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Pak in Middle East: Diminishing stature and dubious future

India’s External Affairs Minister S Jaishankar returned to the country last week after a successful visit to Qatar, the seventh such high-level visit from India to West Asia amid the Covid-19 pandemic in the last four months.

Before this, the visit of Indian Army chief General MM Naravane to the United Arab Emirates (UAE) and Saudi Arabia in early December had garnered considerable attention and was seen as ‘historic’ and a new leaf’ in the India-Gulf countries’ relations.

These visits are the manifestation of the growing bonhomie between India and the West Asian countries, founded on constructive and mutually collaborative partnerships.

Some would also surmise that recent frostiness in Pakistan’s relations with the Gulf countries, and the former’s pathological obsession with India further cementing Pakistan’s ‘failed state’ situation, may have something to do with these new developments.

Combined with India’s emergence as one of the key players in the geopolitical landscape in the Indian Ocean Region completes the picture, and indicates the direction in which the winds are blowing.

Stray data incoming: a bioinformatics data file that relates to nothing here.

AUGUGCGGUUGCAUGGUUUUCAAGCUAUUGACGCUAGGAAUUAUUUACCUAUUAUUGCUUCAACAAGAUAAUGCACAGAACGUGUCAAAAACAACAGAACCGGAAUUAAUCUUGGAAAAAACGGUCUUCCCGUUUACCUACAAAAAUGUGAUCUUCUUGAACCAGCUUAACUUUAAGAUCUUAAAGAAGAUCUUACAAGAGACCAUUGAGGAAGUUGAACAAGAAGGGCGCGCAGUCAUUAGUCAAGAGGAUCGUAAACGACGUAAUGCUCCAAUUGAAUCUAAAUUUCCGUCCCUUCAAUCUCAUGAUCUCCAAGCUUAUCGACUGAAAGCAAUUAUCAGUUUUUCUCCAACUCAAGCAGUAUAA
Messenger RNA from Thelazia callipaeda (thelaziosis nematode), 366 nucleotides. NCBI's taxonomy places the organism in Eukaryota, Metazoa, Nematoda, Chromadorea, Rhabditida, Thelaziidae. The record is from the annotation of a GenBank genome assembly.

Pakistan’s unending follies

To provide some context, the prevailing India-Gulf countries’ bonhomie is akin to rubbing salt on Pakistani ego, bruised in March 2019 when India was invited as a guest of honour by the Organisation of Islamic Cooperation (OIC) and a strong speech by then External Affairs Minister Sushma Swaraj to the grouping at Abu Dhabi.

The irony should not escape us that Pakistan, with over seven decades of close ties with the Gulf Cooperation Council (GCC) countries, had moved heaven and earth to stall India’s participation.

The present government in Pakistan has been in power for over two years under the shaky leadership of Imran Khan Niazi. As ties with GCC countries have always been among the most important foreign policy priorities for Pakistan, during his victory speech in August 2018, Niazi boasted that Pakistan would play the ‘role of a healer’ in the Middle East – a statement that would be later proved hollow with his electoral slogan of ‘Naya Pakistan’.

It came as no surprise that his first overseas visit was to Saudi Arabia in the first month of assuming power. Niazi continued his trips to the Gulf States for the next few months and touted the rebooting of relations with ‘key partners’ in the Gulf among his main accomplishments within the first 100 days in power.

The relations were re-set, but in a manner that foregrounded the shifting priorities of the Gulf countries, and Pakistan’s relegation to the bottom of those priorities.

Today, Pakistan’s relations with GCC countries are at a historic ebb. The signing of the Abraham Accord is only one of the many reasons attributable to this. Frankly, given Pakistan’s dismal capabilities in various domains, it features only perfunctorily in the requirements of the Gulf nations.

“Its GDP is still smaller than the Indian state of Maharashtra, where both the UAE and Saudi Arabia have plans of investing in hydrocarbons and related infrastructure,” said a senior officer. Grasping this paradigm change is the key to understanding this epochal geopolitical shift.